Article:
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Nicene Creed part iii
God the Creator
Drew Stuart continues his journey through the Creed

After professing that God is “the Father, the Almighty” the Nicene Creed affirms that God is “maker of heaven and earth, of all things visible and invisible.” Referring to God’s role as creator, this phrase calls to mind the creation accounts in Genesis 1 and 2. Unfortunately, a modern perception of God as creator can be blurred by extreme interpretations of these two chapters. Some people assert that they must be taken literally while others point out that science seems to contradict and therefore invalidate them. These views forget that these stories are more concerned with presenting religious truth than scientific fact. While they may not be scientific, both accounts, along with various passages from Psalms and other books of the Old Testament, reveal of God as the all-powerful yet loving Creator.

What do these accounts tell us about God? First, God, motivated by love, chose to peacefully will creation into existence out of nothing.  This contrasts to the polytheistic creation myths of other ancient cultures, where the gods were said to create out of pre-existing substances (water, chaos, etc.), often through acts of violence or sexual intercourse (see the Babylonian myth, the Enuma Elish). God is revealed to be all powerful (omnipotent) and peaceful unlike the “gods” of other nations who had to work and struggle against other gods to create the world.

Genesis 1 and 2 also reveal that God gave humanity a unique place in creation. We see that human beings are made in God’s image and likeness (from whence comes our free will, our relational nature, and our rationality and potential for good). Having given humanity this loving gift, God sets them above the rest of creation. In Genesis 1, God gave Adam and Eve dominion over the created world. Similarly, Genesis 2, God asks Adam names the animals and gives him the responsibility of caring for and tending to the Garden of Eden. This dominion or stewardship of creation therefore comes with the responsibility of caring for the natural world just as God cares for humanity. Again, this contrasts with ancient Near Eastern myths, where the gods created human beings out of necessity to worship them and to be their servants/workers on earth.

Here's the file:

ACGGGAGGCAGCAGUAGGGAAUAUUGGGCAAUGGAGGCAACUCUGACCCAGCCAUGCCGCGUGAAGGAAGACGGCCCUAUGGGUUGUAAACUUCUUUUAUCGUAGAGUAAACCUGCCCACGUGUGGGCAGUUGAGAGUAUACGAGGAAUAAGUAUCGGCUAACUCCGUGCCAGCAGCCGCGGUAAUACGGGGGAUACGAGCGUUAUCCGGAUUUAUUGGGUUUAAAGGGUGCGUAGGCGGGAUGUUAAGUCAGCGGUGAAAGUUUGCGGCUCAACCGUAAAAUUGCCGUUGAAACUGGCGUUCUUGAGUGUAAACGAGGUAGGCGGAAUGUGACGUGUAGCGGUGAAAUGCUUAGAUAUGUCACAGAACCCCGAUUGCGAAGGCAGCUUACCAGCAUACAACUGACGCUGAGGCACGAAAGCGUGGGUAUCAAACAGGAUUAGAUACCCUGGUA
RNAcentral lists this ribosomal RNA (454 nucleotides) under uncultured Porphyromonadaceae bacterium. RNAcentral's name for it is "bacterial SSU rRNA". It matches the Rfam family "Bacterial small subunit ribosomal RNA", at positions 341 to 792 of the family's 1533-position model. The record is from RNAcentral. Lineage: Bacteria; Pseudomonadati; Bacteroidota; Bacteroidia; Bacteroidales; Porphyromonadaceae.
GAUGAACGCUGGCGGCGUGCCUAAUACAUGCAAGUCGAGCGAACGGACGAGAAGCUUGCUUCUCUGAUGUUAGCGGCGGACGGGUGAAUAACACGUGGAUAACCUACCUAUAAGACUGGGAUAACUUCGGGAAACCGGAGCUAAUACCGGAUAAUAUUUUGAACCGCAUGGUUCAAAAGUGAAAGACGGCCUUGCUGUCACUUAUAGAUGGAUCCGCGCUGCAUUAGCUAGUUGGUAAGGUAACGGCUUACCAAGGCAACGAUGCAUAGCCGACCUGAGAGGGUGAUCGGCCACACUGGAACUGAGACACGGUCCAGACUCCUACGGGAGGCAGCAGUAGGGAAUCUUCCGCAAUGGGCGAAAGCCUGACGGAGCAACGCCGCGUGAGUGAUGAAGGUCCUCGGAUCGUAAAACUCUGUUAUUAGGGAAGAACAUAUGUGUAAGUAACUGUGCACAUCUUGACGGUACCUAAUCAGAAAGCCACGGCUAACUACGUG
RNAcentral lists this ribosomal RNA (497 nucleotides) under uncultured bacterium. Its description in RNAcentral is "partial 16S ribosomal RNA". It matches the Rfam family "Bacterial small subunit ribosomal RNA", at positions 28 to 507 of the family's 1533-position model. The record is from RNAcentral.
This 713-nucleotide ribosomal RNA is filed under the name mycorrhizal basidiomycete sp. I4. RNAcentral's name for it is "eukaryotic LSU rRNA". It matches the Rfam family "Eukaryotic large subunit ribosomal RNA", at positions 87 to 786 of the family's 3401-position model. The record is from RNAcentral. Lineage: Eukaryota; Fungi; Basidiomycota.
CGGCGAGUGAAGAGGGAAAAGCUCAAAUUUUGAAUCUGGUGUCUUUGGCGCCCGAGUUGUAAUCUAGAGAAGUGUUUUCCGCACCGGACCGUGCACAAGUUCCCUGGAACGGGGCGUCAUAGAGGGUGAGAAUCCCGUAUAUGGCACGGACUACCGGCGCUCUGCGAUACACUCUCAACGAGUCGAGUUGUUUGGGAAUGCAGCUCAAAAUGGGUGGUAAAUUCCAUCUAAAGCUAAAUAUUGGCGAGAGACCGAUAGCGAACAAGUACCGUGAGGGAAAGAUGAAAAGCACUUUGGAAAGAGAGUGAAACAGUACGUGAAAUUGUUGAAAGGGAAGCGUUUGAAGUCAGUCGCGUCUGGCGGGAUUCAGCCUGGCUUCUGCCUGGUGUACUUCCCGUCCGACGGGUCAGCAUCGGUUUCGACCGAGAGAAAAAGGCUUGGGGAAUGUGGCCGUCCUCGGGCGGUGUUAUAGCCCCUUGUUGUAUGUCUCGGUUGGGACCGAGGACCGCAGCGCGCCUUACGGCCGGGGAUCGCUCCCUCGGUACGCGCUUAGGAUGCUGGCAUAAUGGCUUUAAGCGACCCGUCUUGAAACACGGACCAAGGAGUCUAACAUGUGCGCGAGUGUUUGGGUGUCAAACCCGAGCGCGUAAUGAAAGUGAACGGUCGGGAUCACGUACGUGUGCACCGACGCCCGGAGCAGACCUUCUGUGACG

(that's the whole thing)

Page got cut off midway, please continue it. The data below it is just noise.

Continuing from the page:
By professing belief in God the creator, we embrace the goodness of creation and accept our role as its stewards. How do we do this? First, we must learn to recognize/know God through the natural world, just as we recognize artists by their works. Next, we should acknowledge that every human being is made in God’s image and likeness and therefore has inviolable dignity. It is tempting to say “It’s not my problem” when we see others suffering and, at times, we want to hurt those who have hurt us. However, we must overcome both instincts. When someone takes a parking spot you’ve been waiting for, pray for them; when an acquaintance or coworker talks about you behind your back, don’t retaliate, forgive; when you see people in need (a homeless person, an elderly neighbor, or a co-worker who is facing difficulties, etc.), find a way to help them. Third, if we believe God is the creator, we should express this belief by acting as good stewards of creation: conserving water and electricity, recycling, avoiding excessive consumerism (we don’t need to get the latest smart phone, car, or tablet), etc. God gave us the gift of dominion, let’s exercise it responsibly.

When calling God creator, the Nicene Creed also stresses that he made “all things visible and invisible”. The Creed lays out orthodox/apostolic Christian belief against heterodox or heretical beliefs. At the time it was composed, the Gnostics a heretical sect, claimed that the physical (visible) world was created by a lesser god and therefore inferior or even evil while the spiritual (invisible) world was created good and therefore superior. The Nicene Creed refuted this by emphasizing that God, who called all creation good, created everything, both physical and spiritual. 

In chapter three of The Creed, theologian Berard Marthaler says that, this phrase serves an additional purpose. In ancient times, few people repudiated the existence spiritual world (ie heaven, hell, God, gods, and lesser beings such as angels or demons). Today, however, many people doubt or even deny the existence of anything they cannot see. Others profess an intellectual belief in the spiritual world but deny in practice it by focusing exclusively on earthly concerns. If we truly believe what we profess, we should focus our attention on both the physical and spiritual worlds. To do this, we need to resist the temptation of living only for earthly matters (money, power, technology, success, etc.) as well as the temptation to withdraw from the physical world in order to focus solely on spiritual matters. Christians are called to hold these two “worlds” in tension. As Jesus says in John 17, we must be in the world but not of the world.

God lovingly created everything in existence, both what we can see and of what we cannot see. Human beings, as men and women made in God’s image and likeness, are called to be responsible stewards of creation. Let us work to make this world a better place while also directing our attention to our ultimate goal of sharing in God’s life in heaven when our earthly lives are over.

Pope has designated September 1 as World Day of Prayer for Care of Creation.  The day of prayer, the Pope said, will give individuals and communities an opportunity to implore God’s help in protecting creation and an opportunity to  ask God’s forgiveness “for sins committed against the world in which we live.”